TORONTO, Ont. — The Ontario Trucking Association (OTA) is urging the provincial government to ensure a zero tolerance enforcement for truck driver pot use.
In a submission this week to the Standing Committee on Justice Policy, OTA laid out the potential impacts of both recreational and medicinal marijuana legalization on the trucking industry.
“Ontario truck drivers have an exemplary safety record and are statistically far less likely to be driving while impaired than all other vehicle drivers – and we’d like to keep it that way,” says OTA president Stephen Laskowski. “Legalization will carry greater risks for motor carriers and we are asking for the necessary tools to mitigate that risk.”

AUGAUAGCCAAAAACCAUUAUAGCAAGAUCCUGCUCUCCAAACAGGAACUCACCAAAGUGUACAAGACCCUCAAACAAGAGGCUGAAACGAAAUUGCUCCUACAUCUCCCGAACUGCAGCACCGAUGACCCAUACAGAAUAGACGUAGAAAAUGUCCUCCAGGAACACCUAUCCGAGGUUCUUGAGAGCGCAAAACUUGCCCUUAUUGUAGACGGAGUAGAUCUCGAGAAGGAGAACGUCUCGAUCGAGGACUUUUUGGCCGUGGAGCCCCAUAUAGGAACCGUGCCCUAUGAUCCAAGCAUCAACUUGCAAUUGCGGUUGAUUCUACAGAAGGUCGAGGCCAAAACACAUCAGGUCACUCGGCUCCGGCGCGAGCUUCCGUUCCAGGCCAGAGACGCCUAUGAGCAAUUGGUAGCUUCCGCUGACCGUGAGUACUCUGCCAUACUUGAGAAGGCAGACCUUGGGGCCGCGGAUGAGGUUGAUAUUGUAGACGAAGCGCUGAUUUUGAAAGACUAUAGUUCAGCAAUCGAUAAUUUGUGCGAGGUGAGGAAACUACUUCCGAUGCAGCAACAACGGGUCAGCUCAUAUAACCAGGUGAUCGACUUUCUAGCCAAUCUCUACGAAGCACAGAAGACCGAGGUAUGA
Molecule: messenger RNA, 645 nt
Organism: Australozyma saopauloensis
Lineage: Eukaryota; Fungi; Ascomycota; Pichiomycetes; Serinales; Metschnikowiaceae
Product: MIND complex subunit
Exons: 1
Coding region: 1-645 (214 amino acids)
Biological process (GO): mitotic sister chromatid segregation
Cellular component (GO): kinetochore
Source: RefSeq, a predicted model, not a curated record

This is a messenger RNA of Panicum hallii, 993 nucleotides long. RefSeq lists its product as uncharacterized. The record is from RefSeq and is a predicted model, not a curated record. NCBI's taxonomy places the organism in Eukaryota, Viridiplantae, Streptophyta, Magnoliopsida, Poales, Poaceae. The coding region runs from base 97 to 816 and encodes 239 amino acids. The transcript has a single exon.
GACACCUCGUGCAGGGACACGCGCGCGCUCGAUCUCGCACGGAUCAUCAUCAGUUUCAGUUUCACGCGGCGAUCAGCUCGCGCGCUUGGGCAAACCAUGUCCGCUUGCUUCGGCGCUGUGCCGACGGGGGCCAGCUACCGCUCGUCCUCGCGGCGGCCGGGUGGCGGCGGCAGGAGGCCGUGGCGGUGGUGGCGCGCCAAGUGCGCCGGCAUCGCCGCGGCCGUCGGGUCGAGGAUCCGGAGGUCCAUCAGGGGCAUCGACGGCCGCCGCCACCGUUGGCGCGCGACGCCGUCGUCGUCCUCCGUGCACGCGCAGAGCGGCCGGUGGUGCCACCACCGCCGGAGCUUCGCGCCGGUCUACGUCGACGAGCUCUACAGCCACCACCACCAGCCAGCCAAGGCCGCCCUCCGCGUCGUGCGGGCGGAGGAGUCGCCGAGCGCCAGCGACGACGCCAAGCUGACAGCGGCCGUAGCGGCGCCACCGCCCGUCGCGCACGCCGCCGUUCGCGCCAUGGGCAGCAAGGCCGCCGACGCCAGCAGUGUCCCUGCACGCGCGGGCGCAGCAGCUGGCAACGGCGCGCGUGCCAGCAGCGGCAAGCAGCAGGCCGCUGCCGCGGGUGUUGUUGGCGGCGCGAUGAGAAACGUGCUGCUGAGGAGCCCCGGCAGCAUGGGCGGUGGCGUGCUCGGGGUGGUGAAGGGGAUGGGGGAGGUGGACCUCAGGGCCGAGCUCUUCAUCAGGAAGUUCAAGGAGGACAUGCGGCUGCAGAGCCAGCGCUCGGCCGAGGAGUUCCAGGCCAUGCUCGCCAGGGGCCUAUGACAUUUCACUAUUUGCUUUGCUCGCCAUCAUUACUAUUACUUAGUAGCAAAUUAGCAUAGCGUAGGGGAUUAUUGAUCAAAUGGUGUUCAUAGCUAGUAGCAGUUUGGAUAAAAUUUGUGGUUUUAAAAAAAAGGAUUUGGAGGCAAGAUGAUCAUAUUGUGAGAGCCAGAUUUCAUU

OTA supports a strict approach that ensures all six classes of commercial driver’s licenses and G class drivers operating commercial vehicles are included in a zero-tolerance policy.
Furthermore, OTA is asking the government to follow the U.S. approach of not differentiating between recreational and medical use of marijuana among drivers.
“If the true goal is public safety for all road users then it shouldn’t matter whether it’s being used for recreational or medicinal purposes,” says Laskowski. “Commercial drivers are already held to the highest standards of safety and this shouldn’t be any different.
“It is imperative employers be allowed to apply workplace measures that will mitigate additional safety risks to employees and the public that legalized marijuana could bring. It is essential Ontario and Canada provide employers legislative and regulatory backing for being proactive and doing the right thing.”
OTA says it looks forward to the government’s response and will continue working with the Canadian Trucking Alliance to spread a similar message across Canada.
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